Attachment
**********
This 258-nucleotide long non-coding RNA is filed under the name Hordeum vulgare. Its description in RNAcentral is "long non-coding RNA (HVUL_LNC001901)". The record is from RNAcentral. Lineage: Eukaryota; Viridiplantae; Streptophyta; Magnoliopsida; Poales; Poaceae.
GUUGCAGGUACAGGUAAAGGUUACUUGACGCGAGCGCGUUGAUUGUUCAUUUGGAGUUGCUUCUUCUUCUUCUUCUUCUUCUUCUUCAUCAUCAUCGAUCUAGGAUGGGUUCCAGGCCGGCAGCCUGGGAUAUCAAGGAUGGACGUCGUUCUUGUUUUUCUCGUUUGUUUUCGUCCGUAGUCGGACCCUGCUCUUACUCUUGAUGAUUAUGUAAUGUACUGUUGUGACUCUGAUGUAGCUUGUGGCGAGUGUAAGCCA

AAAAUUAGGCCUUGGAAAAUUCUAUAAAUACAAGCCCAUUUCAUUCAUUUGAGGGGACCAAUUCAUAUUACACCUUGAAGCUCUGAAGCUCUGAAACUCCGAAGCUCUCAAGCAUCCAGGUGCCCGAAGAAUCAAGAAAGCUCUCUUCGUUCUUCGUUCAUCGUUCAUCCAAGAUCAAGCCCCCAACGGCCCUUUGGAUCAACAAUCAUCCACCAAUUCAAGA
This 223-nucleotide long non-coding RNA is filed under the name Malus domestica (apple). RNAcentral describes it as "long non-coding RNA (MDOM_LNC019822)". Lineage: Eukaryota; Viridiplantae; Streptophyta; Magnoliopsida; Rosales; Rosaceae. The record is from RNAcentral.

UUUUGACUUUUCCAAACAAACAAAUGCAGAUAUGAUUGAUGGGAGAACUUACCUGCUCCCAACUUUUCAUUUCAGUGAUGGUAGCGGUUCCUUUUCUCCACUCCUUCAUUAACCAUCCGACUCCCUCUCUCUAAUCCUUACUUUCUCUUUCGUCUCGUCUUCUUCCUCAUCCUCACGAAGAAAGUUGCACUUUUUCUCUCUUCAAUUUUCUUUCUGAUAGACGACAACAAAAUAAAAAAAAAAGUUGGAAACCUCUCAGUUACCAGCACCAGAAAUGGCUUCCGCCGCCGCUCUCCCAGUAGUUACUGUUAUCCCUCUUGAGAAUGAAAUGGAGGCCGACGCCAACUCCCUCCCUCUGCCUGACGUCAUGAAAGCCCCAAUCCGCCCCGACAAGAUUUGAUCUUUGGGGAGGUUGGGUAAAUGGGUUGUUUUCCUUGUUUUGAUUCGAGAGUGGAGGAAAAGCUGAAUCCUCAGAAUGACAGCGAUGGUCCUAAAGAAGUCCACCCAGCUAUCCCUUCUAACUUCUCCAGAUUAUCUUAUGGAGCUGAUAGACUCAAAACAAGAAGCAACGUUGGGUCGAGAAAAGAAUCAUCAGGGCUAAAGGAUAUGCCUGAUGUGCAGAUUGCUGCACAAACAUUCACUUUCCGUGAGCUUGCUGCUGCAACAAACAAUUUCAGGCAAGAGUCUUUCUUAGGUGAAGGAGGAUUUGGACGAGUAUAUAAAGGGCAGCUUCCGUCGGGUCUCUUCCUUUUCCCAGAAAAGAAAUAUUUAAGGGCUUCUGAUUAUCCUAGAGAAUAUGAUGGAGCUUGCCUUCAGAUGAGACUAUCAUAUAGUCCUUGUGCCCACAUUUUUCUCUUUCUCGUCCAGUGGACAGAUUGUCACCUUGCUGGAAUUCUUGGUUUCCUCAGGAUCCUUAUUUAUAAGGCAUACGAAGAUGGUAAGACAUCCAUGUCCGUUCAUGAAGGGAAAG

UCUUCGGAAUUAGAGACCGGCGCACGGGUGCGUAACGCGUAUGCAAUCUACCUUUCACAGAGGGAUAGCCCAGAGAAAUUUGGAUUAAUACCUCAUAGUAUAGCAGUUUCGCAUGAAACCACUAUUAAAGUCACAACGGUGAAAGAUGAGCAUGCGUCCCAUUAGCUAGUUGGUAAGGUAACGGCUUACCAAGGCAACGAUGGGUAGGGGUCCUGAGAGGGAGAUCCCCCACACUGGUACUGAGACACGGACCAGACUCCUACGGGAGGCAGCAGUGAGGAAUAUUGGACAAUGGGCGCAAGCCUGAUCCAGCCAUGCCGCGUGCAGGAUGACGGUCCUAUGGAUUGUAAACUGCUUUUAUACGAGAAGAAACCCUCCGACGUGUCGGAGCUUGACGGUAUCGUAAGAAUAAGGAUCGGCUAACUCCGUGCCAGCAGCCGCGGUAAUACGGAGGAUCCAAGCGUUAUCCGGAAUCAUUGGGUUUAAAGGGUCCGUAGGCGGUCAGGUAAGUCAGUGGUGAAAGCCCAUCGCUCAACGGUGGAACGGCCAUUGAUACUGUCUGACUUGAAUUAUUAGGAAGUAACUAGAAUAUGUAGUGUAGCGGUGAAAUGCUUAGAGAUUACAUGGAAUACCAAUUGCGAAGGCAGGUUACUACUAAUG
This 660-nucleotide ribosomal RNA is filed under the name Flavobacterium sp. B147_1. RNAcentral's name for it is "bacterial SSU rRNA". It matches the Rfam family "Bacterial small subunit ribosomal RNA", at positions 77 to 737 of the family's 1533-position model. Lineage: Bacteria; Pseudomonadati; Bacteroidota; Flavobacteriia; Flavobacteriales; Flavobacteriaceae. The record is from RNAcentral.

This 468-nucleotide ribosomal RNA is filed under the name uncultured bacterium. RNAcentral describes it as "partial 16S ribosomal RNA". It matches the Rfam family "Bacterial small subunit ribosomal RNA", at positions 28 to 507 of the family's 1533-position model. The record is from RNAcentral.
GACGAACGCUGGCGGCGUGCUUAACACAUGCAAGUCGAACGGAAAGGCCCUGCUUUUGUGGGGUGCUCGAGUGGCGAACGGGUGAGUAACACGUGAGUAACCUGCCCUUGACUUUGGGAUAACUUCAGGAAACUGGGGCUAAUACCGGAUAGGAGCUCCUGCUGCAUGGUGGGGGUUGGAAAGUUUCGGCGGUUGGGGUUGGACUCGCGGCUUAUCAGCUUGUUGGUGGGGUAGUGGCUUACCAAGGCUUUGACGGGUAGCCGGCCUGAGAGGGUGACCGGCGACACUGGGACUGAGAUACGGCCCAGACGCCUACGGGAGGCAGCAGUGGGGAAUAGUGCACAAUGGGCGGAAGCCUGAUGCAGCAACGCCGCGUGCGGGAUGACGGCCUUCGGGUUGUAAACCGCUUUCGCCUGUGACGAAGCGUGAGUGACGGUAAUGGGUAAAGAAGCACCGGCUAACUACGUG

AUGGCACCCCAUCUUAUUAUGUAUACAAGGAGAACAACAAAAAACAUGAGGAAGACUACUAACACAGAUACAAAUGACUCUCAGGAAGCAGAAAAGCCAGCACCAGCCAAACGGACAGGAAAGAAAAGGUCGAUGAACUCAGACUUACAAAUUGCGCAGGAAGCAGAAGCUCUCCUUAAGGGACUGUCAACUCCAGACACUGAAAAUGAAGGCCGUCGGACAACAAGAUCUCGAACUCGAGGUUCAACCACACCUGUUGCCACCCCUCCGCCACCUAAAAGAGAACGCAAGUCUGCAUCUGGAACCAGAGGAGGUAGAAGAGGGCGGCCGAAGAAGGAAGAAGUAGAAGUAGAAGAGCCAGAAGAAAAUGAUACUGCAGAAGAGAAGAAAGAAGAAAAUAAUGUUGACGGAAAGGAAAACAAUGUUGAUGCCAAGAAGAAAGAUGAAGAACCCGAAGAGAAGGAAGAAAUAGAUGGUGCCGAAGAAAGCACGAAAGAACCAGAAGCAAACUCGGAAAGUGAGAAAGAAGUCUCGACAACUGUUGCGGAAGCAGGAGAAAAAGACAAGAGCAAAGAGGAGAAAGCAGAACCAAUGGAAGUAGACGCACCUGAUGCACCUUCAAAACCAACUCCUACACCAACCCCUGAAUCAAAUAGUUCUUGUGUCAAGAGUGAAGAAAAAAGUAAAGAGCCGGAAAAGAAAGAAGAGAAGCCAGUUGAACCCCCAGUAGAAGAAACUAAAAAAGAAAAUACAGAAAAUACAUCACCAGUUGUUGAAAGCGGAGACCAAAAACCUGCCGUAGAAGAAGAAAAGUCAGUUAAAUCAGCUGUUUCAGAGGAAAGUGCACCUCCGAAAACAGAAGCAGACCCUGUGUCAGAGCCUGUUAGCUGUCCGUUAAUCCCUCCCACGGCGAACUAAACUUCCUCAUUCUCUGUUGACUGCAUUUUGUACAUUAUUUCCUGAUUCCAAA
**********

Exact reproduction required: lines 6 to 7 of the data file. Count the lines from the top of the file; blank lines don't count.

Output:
UCUUCGGAAUUAGAGACCGGCGCACGGGUGCGUAACGCGUAUGCAAUCUACCUUUCACAGAGGGAUAGCCCAGAGAAAUUUGGAUUAAUACCUCAUAGUAUAGCAGUUUCGCAUGAAACCACUAUUAAAGUCACAACGGUGAAAGAUGAGCAUGCGUCCCAUUAGCUAGUUGGUAAGGUAACGGCUUACCAAGGCAACGAUGGGUAGGGGUCCUGAGAGGGAGAUCCCCCACACUGGUACUGAGACACGGACCAGACUCCUACGGGAGGCAGCAGUGAGGAAUAUUGGACAAUGGGCGCAAGCCUGAUCCAGCCAUGCCGCGUGCAGGAUGACGGUCCUAUGGAUUGUAAACUGCUUUUAUACGAGAAGAAACCCUCCGACGUGUCGGAGCUUGACGGUAUCGUAAGAAUAAGGAUCGGCUAACUCCGUGCCAGCAGCCGCGGUAAUACGGAGGAUCCAAGCGUUAUCCGGAAUCAUUGGGUUUAAAGGGUCCGUAGGCGGUCAGGUAAGUCAGUGGUGAAAGCCCAUCGCUCAACGGUGGAACGGCCAUUGAUACUGUCUGACUUGAAUUAUUAGGAAGUAACUAGAAUAUGUAGUGUAGCGGUGAAAUGCUUAGAGAUUACAUGGAAUACCAAUUGCGAAGGCAGGUUACUACUAAUG
This 660-nucleotide ribosomal RNA is filed under the name Flavobacterium sp. B147_1. RNAcentral's name for it is "bacterial SSU rRNA". It matches the Rfam family "Bacterial small subunit ribosomal RNA", at positions 77 to 737 of the family's 1533-position model. Lineage: Bacteria; Pseudomonadati; Bacteroidota; Flavobacteriia; Flavobacteriales; Flavobacteriaceae. The record is from RNAcentral.